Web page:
Luis Sepulveda and Patagonia

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By Peter Hartmann
It was the return to democracy, in the early 1990s, and there was a joyful, hopeful breeze in the air. We were with Sole Acevedo, Pato Rossi and Magdalena Rosas at the OGANA building for the 1st Ecological Artistic Meeting of Coyhaique. It was a summer day, beautiful, and among the crowd was someone unknown, an outsider. Smiling, he presented himself. It was the writer Luis Sepúlveda, a member of Greenpeace, who had returned to Patagonia to collect information and impressions for his book Patagonia Express. It must have also been his reunion with Chile after having had several years of exile in South America, Nicaragua, Germany and Spain.
I don't remember if at that time I had already read that beautiful Amazon novel that is The Old Man Who Read Love Stories, which fascinated me and led me to also read The World at the End of the World, a story about death and whaling in a place that could well be the Gulf of Penas in Aysen. (Although Sepulveda never imagined that there, a few decades later, his fiction would somehow come true.) When Patagonia Express, a travel history book in the same vein as the famous work of Bruce Chatwin finally appeared, I devoured it in a matter of hours. Truth is, there are so many unwritten Patagonian stories, and this territory has so much for more than one book. In fact, we once tried to convince Lucho, as his friends called him, that the great novel of Aisén's story had yet to be written.
Years passed, and in 2002, we were campaigning against the Alumysa aluminum refinery megaproject, when the infamous tri-minister Rodríguez Grossi declared "what was the problem with installing a refinery, when nobody lives in Aisén and there isn’t anything." However it wasn't the Aisenians who were the only ones outraged; Sepúlveda, after reading the news online at his home in Guijon, Spain, was also taken aback. And as he was a man of action, he organized to come and shoot a documentary to support our Patagonian cause.
One day, he arrived in Balmaceda with his film and production equipment. We greeted each other with hugs, and after two weeks of hard work and abundant anecdotes, in which we went to Lake Caro, Aisén Fjord, the mouths of the Cuervo and Condor rivers, Blanco River, and the “Wall of Hands” at Cerro Castillo, interviewing locals and even with an adventurous flyover of the Yulton and Meullin lakes, his crew continued to complement the story in Santiago with interviews, which included then-Senator Adolfo Zaldivar and Minister Rodriguez, who would become the sort of villains of the film.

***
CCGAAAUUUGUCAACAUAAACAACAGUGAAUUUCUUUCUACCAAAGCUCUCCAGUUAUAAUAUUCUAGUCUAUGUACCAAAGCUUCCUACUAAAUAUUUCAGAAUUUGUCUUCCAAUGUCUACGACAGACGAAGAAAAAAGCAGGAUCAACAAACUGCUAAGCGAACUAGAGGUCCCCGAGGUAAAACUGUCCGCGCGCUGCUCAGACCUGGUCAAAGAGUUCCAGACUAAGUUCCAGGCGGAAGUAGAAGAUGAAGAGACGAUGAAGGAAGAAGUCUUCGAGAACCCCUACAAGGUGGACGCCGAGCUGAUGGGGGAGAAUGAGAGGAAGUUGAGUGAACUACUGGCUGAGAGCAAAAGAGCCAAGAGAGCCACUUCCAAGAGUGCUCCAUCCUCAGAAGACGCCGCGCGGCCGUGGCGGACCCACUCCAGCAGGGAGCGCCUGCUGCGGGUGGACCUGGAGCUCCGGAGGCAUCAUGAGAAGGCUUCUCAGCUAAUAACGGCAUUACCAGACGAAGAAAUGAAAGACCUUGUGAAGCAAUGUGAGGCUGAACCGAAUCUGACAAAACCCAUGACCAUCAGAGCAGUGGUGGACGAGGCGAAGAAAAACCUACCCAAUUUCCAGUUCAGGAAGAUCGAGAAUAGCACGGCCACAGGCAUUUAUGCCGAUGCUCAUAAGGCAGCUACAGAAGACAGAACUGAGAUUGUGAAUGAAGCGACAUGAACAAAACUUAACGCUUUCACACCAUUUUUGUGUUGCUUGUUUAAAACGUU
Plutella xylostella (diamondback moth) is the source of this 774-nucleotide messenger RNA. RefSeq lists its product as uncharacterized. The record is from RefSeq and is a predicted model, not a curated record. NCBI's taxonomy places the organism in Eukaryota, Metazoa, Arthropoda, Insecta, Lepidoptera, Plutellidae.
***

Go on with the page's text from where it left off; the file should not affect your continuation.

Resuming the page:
Sepulveda doing an interview for the documentary Corazon Verde.Sepulveda doing an interview for the documentary Corazon Verde.
A press conference with Sepulveda in Coyhaique, Aysen. A press conference with Sepulveda in Coyhaique, Aysen.
Filming at Rio Condor for Corazon Verde.Filming at Rio Condor for Corazon Verde.
The documentary was called Corazon Verde (“Green Heart” in English), and it even won an award at the Venice Film Festival. When it was shown in the Aysen region, we watched it with great excitement. The most memorable showing must surely have been the one we did at the Lake Caro neighborhood association, which was in the middle of the countryside under ancient coigue trees and next to the river that the Alumysa project intended to erase from the map.
There were some attempts to get Corazon Verde broadcast on national open television, but as unfortunately has happened to us on several occasions, they showed no interest. Years later, this documentary was successfully broadcast on TV Santa María of Coyhaique and we will do our best to upload it to YouTube. 


Luis Sepúlveda was also a strong supporter of the "Patagonia without Dams" campaign, and for sure from that time there is still the lingering memory of his vehement open letter to the "citizen President" Piñera.
During those dizzying years, Luis Sepúlveda also made the script for the film Tierra del Fuego, so we deduce he must have continued to have been visiting the region, apart from having read everything there was on that subject. There is no doubt that he was a fan of Patagonian magic and they say he was an admirer of the literature of the great writer Francisco Coloane.
In his 2002 stay in Aisén, we discussed with Lucho the possibility of editing a book about our Aisén Reserva de Vida concept after seeing his help with a book by Lucas Chiappe, a friend and defender of the forests of Comarca Andina (Epuyén - El Bolson). Luis found it interesting, and even saw the possibility of presenting it at a book fair in Europe. So, we advanced in those years with the book, scanning slides with Victor Hugo de la Fuente at the Santiago office of the magazine Le Monde Diplomatique, but unfortunately we lost touch with Sepúlveda and the possibility of doing a book together grew distant.
Eventually, I crossed paths again with him on Facebook. By that time, I saw a very international Sepúlveda who was clearly enjoying the editions of his books all over the world and yet always stayed very connected with Chile. The book Aisén Reserva de Vida ended up being published by the University of Chile, and when the digital version came out in January of this year, the first link I sent was to Lucho. He was happy to see it, and we sometimes spoke about doing a second edition, but life’s twists of fate would have other things to say. 
Those incomprehensible twists and turns of life by which someone who so much loved and defended nature and wildlife finds his life ends because of a zoonosis virus that no one knows where he picked it up from.
When Lucho went to the afterlife, after transcending through his work and into our hearts, yesterday, almost miraculously appeared his son Carlos, and upon receiving my greetings and hugs, he told me: "He will return to the Patagonia that he so much loves."